This post originally appeared in Coal Ash Chronicles.
Here’s something for you to keep in mind as you read the news: There’s always more to the story.
Since I’m collecting coal ash stories, I’ll summarize a couple of my own regarding Charlotte, North Carolina’s coal ash issue to give you a peek behind the scenes.
I’ve been researching and writing about coal ash in relation to Duke Energy’s Riverbend coal plant for more than three years. It’s located on the shores of Mountain Island Lake, which is a small, shallow company-made lake and Charlotte’s main source of drinking water. (By the way, area citizens have been drawing water from roughly the same spot for centuries.)
Riverbend, on the other hand, is 83 years old — old for a coal plant but young compared to the Catawba River, named after the Native American Tribe of the same name.
Riverbend was built and run by a tight-knit community, the same community whose complaints about their homes being coated with black dust led to the creation of the first of the plant’s two coal ash waste ponds. The first one, which is 40 acres, was built in the mid-1950s, the second, which is 28 acres, in the late 1980s. It was an effort by the company to prevent coal soot from escaping its smoke stacks — decades before the Clean Air Act, no less.
Fast forward to Dec. 22, 2008. That’s the night of the massive coal ash spill in Kingston, Tenn. Just before midnight that night, an earthen dam basically dissolved, coating hundreds of acres of land, water, residential areas, infrastructure and more beneath the black, contaminant-laden sludge.
Following the spill, The U.S. Environmental Protection Agency promised to begin regulating coal ash by the end of 2009. Instead, the agency released two proposed regulations, held a series of public hearings, collected nearly half a million public comments and stalled.
In the meantime, the EPA also began investigating — via third-party engineering firms — coal ash ponds and dumps around the country, leading them to create a list of “high-hazard” coal ash ponds. That means that if there is a similar disaster at one of those sites, it’s possible that human lives will be lost.
Riverbend’s two coal ash ponds were on the list, and that’s how I got involved in this story.
I was fresh out of college and beginning to expand my freelance journalism business. The Mountain Island Weekly was a regular client, and coal ash quickly became my beat.
What I discovered right away is that there wasn’t a ton of information on coal ash in the public domain, that the powers-that-be aren’t keen on chatting about it, and that the ponds were draining into Charlotte’s main drinking water reservoir. This, I thought, is what journalism was created for — lifting the proverbial veil for citizens so they can make good decisions about a community-owned resource, their drinking water.
When the EPA released their draft report after inspections were conducted at Riverbend, I noticed what I thought was a simple error: Mountain Island was listed as the nearest downstream city. As soon as I saw that, I called the agency and explained that Mountain Island is a neighborhood in Charlotte, and the name of the lake, but that it’s not a city.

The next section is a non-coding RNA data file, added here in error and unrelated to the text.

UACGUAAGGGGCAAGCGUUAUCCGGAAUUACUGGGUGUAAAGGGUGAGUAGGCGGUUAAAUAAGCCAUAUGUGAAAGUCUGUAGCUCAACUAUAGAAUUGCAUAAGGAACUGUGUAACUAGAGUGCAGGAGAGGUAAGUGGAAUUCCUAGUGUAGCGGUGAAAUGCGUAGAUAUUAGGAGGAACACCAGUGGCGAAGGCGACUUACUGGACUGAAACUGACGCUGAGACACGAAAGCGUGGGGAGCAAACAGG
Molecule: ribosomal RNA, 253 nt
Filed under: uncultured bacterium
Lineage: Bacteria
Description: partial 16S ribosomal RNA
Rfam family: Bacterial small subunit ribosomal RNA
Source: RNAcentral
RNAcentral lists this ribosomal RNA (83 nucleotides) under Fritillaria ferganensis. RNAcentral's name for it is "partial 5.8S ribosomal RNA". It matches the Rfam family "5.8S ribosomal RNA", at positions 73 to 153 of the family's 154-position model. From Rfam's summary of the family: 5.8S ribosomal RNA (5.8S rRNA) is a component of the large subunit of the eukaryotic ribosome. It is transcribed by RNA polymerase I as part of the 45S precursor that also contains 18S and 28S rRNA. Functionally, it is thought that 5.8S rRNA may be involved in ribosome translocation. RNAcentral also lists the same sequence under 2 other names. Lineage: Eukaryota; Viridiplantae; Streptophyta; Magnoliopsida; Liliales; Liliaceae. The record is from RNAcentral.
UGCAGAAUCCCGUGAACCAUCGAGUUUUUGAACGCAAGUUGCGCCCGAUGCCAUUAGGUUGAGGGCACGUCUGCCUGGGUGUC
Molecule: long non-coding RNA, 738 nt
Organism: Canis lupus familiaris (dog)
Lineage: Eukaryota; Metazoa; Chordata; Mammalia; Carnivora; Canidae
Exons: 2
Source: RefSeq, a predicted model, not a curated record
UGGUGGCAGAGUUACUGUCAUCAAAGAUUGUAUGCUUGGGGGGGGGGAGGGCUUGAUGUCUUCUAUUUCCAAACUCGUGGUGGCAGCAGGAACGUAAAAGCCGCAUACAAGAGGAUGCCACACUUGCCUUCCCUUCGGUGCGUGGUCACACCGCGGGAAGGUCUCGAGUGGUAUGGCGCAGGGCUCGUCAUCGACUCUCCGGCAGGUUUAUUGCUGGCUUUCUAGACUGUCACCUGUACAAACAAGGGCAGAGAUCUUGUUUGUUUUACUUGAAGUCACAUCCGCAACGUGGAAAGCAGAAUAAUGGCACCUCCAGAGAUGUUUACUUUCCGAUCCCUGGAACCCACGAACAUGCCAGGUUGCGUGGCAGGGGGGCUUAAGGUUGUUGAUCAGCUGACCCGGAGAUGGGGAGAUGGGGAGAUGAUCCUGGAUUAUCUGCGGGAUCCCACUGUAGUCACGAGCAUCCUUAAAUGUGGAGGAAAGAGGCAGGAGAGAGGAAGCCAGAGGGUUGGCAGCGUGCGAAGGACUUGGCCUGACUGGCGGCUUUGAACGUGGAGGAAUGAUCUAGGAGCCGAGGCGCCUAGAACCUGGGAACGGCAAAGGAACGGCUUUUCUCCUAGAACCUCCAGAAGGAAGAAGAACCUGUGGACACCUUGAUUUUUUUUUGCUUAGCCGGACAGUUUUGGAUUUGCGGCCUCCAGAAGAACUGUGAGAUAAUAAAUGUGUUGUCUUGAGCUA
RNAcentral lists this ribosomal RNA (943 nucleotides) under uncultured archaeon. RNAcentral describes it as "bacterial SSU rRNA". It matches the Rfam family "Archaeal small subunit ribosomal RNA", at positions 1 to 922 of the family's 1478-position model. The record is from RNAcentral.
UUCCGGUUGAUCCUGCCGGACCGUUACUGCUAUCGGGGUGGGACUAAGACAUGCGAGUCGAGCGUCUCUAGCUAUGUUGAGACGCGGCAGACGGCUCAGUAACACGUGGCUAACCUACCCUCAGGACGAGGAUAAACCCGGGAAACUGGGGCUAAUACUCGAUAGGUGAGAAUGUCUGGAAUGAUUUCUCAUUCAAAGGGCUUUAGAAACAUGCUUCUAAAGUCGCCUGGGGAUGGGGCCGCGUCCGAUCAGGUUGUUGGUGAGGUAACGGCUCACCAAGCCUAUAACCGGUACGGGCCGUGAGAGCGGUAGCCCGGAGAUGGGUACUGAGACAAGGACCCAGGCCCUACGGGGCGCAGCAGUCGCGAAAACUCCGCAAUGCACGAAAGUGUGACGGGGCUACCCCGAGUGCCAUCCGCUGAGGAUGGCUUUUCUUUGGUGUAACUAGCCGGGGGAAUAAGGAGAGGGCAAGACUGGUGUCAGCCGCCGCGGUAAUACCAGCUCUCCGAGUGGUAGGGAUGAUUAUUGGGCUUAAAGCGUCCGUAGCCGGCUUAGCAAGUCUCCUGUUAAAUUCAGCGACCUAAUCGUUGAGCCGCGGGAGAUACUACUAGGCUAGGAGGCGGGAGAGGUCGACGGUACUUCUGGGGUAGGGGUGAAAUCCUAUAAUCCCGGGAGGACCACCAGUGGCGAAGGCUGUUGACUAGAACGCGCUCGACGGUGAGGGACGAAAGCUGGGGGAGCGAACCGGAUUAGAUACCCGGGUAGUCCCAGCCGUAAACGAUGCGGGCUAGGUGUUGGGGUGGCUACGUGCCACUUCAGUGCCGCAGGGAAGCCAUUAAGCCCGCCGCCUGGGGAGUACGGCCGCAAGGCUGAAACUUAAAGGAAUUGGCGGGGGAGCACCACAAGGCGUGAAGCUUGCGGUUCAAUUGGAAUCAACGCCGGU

After three months of getting the run around, it was explained to me that it would be too time consuming for the agency to correct it’s draft report, so, instead, it issued this memo.
That’s one of my personal coal ash stories.
During my reporting, I called Dr. Avner Vengosh, from Duke University’s Nicholas School of the Environment. I believe we were discussing the upcoming EPA hearing on coal ash that was to take place in Sept. 2010 in Charlotte when he told me about his and his students’ efforts to collect sediment samples from lakes and rivers in North Carolina that were near coal ash waste ponds. I asked if they’d be sampling Mountain Island Lake when they came to town. Dr. Vengosh said he wasn’t aware of Mountain Island Lake’s importance (it supplies drinking water to nearly a million people) until our call.
Long story short, he and his students did in fact sample the lake’s sediment while they were in town for the EPA’s hearing. It’s been more than two years since that time, but the results are finally in, and they don’t sound too good. Here’s an excerpt:
In Mountain Island Lake, a primary source of drinking water for Charlotte, pore water samples collected from lake sediment during the summers of 2010 and 2011 contained up to 250 parts per billion of arsenic – roughly 25 times higher than current EPA standards for drinking water, and nearly twice the EPA standard for aquatic life.
Now, closing in on four years since the TVA disaster in Kingston, Tenn., I’m continuing to collect coal ash stories from around the country as the EPA continues to stall and the U.S. Congress tinkers with legislation that could prevent the agency from regulating the stuff at all.